Knesset passes bank law, Fischer agrees to stay for 2nd term

“There is broad consensus in the world and in Israel that Fischer is doing an excellent job for the Israeli economy,” PM says.

By SHARON WROBEL
March 18, 2010 06:36
4 minute read.
Prime Minister Binyamin Netanyahu with Bank of Isr

stanley fischer binyamin netanyahu bff 311. (photo credit: AP)

 
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Governor of the Bank of Israel Prof. Stanley Fischer on Wednesday accepted the offer to stay in his post for a second term after the new Bank of Israel Law was passed this week.

“It is an honor and privilege to stand here as an Israeli citizen and to accept Prime Minister Binyamin Netanyahu’s and Finance Minister Yuval Steinitz’s offer to remain for another term in the leading position of one of the most important institutions in Israel, the Bank of Israel,” said Fischer at a press conference in Jerusalem on Wednesday.

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“I can not think of anyone better suited than you [Fischer] to continue in the job. There is broad consensus in the world and in Israel that Fischer is doing an excellent job for the Israeli economy,” said Netanyahu at the press conference.

“We appoint you for a second term, to continue the good work. We need a strong and independent central bank.”

Fischer’s decision comes a day after the new Bank of Israel Law was passed in second and third reading in the Knesset. The law’s approval was one of the main factors affecting Fischer’s decision to stay in office.

“Today I am as emotional and excited as I was five years ago when I took up the post; and even more so after the Knesset approved the new Bank of Israel Law and we can finally replace an old law that dates back to 1954. It was in fact the only promise I was given from then-prime minister Ariel Sharon,” said Fischer.

“Five years ago I couldn’t have imagined what would happen and that I would have to cope with a global crisis of this magnitude. It was a challenging period – more than I would have thought.”

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Industry, Trade and Labor Minister Binyamin Ben-Eliezer said that thanks to Fischer, the Israeli economy managed to weather the worst global recession since World War II with minimum damage.

“Fischer advanced the approval of the new Bank of Israel Law, which will place the central bank on the same level with global central banks in the developed world,” said Ben-Eliezer. “Just as Fischer succeeded in leading us through an economic storm and a big crisis, as the signs of an emergence out of the crisis are strengthening, the governor will contribute a great deal to bring the Israeli economy back to strong growth and prosperity.”

Looking back at his first five-year term, which comes to a close at the end of April, Fischer said he was very proud of the achievements made during that time.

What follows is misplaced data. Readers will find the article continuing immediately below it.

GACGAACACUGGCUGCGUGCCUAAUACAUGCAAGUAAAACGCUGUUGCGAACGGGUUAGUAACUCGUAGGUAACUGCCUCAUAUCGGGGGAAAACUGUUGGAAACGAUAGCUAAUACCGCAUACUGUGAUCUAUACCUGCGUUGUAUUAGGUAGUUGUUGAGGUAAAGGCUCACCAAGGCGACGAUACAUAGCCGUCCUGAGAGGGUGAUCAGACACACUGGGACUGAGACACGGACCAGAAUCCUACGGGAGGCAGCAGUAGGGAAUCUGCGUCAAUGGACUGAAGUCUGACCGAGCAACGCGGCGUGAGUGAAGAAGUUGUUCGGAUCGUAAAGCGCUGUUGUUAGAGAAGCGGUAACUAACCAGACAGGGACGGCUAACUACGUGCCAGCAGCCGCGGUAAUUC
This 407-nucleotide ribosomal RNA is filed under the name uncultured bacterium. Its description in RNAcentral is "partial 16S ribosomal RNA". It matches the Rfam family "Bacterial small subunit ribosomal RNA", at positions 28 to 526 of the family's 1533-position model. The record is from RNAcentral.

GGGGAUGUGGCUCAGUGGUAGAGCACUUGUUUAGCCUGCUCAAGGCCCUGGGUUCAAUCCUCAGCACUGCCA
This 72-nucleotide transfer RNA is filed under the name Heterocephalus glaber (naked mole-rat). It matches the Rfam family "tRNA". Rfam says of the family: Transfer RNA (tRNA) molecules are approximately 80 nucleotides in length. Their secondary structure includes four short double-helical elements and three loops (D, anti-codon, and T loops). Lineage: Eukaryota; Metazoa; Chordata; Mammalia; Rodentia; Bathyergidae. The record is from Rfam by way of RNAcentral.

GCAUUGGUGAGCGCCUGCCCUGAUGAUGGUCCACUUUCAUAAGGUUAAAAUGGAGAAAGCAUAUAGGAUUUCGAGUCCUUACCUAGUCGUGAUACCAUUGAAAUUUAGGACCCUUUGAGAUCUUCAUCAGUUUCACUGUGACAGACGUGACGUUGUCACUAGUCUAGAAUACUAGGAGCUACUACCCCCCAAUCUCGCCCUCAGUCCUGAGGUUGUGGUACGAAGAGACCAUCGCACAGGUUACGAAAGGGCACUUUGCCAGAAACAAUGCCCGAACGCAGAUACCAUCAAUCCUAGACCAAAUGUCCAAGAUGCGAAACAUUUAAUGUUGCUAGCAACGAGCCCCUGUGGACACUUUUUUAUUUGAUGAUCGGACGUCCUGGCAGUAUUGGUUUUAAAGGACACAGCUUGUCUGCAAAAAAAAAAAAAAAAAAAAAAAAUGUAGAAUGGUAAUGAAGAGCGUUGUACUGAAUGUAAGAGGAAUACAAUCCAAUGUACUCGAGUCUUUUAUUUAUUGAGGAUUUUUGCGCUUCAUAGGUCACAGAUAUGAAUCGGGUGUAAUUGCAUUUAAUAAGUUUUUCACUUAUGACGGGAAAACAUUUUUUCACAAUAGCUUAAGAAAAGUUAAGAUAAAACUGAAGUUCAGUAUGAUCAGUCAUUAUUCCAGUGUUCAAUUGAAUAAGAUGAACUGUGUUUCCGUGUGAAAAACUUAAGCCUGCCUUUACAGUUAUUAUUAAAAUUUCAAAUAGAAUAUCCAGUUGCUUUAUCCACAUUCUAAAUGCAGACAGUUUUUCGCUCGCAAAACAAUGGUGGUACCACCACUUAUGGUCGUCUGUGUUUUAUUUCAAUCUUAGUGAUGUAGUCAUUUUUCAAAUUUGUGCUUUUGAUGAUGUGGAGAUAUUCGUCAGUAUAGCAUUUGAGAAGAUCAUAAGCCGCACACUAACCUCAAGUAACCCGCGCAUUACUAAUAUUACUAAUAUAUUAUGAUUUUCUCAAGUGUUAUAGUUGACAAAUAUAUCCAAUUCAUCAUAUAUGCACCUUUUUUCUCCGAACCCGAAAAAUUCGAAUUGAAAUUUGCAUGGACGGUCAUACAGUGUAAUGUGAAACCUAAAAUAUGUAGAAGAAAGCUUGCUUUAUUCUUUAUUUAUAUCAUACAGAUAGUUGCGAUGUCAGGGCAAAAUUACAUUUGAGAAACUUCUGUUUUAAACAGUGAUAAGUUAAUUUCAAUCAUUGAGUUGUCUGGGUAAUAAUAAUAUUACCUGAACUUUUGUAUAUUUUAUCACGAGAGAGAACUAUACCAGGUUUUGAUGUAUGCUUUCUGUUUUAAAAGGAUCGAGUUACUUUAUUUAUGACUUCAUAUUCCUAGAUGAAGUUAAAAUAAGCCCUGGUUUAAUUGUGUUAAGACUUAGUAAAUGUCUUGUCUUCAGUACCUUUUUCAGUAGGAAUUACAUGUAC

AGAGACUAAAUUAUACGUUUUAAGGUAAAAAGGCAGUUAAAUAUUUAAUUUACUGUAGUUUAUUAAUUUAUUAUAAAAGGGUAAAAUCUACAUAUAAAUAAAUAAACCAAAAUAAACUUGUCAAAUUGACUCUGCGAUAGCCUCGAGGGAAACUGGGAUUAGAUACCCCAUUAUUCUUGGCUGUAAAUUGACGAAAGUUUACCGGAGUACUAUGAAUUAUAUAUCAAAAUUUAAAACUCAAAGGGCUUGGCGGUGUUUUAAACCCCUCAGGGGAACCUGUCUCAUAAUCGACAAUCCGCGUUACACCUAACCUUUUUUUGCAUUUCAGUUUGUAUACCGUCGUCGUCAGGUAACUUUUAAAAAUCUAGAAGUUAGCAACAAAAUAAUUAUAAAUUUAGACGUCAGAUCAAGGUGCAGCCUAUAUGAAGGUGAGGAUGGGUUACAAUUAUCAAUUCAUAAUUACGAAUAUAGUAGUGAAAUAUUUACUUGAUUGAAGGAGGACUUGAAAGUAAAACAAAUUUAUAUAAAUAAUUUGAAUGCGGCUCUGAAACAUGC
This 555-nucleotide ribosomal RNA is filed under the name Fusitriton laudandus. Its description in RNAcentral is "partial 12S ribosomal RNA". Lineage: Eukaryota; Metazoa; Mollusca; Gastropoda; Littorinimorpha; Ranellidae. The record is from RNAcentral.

“We signed a historical wage agreement at the central bank and saw the new Bank of Israel Law pass in the Knesset,” said Fischer. “You will agree with me that when we entered the global economic crisis we were much more prepared relative to other countries and we managed to overcome it with great success.”

Fischer emphasized that starting with his second term, he will begin immediately with the implementation of the new Bank of Israel Law.

Speaking at a conference last week, Fischer said that part of the future of the Bank of Israel starts with the approval of the new Bank of Israel Law, making the central bank more modern in setting targets which are more appropriate for the 21st century. One such provision is the new decision-making process for interest rates which establishes a monetary committee replacing the role of the governor as the sole decision maker.

The new Bank of Israel Law determines price stability as the central bank’s priority goal.

“We will do our best to bring the economy back to growth levels of 5 percent – but this will not only depend on us but also on what is happening around the world,” said Fischer. “At the same time, we will maintain price stability and financial stability.”

Under the new Bank of Israel Law, the bank’s administration will consist of a governor, a monetary committee, and an administrative council. The monetary committee will have authority over setting interest rates, which until now has been solely decided by the governor. The committee will consist of six members – including the governor, who will serve as chairperson, the deputy governor, a bank employee appointed by the governor and three additional representatives from the public sector.


The administrative council will have seven members – the governor, the deputy governor and five members from among the public. It will be responsible for the supervision of the orderly and efficient management of the central bank; approval of the annual work plan and budget for the central bank’s administrative activity; and the central bank’s salary structure. However, the Finance Ministry’s wages director will continue to supervise the salaries paid to the central bank’s employees, with any differences of opinion to be resolved by the prime minister.

Another provision allows the bank, in exceptional circumstances where the stability of
the financial system is threatened, to extend credit to non-bank entities.

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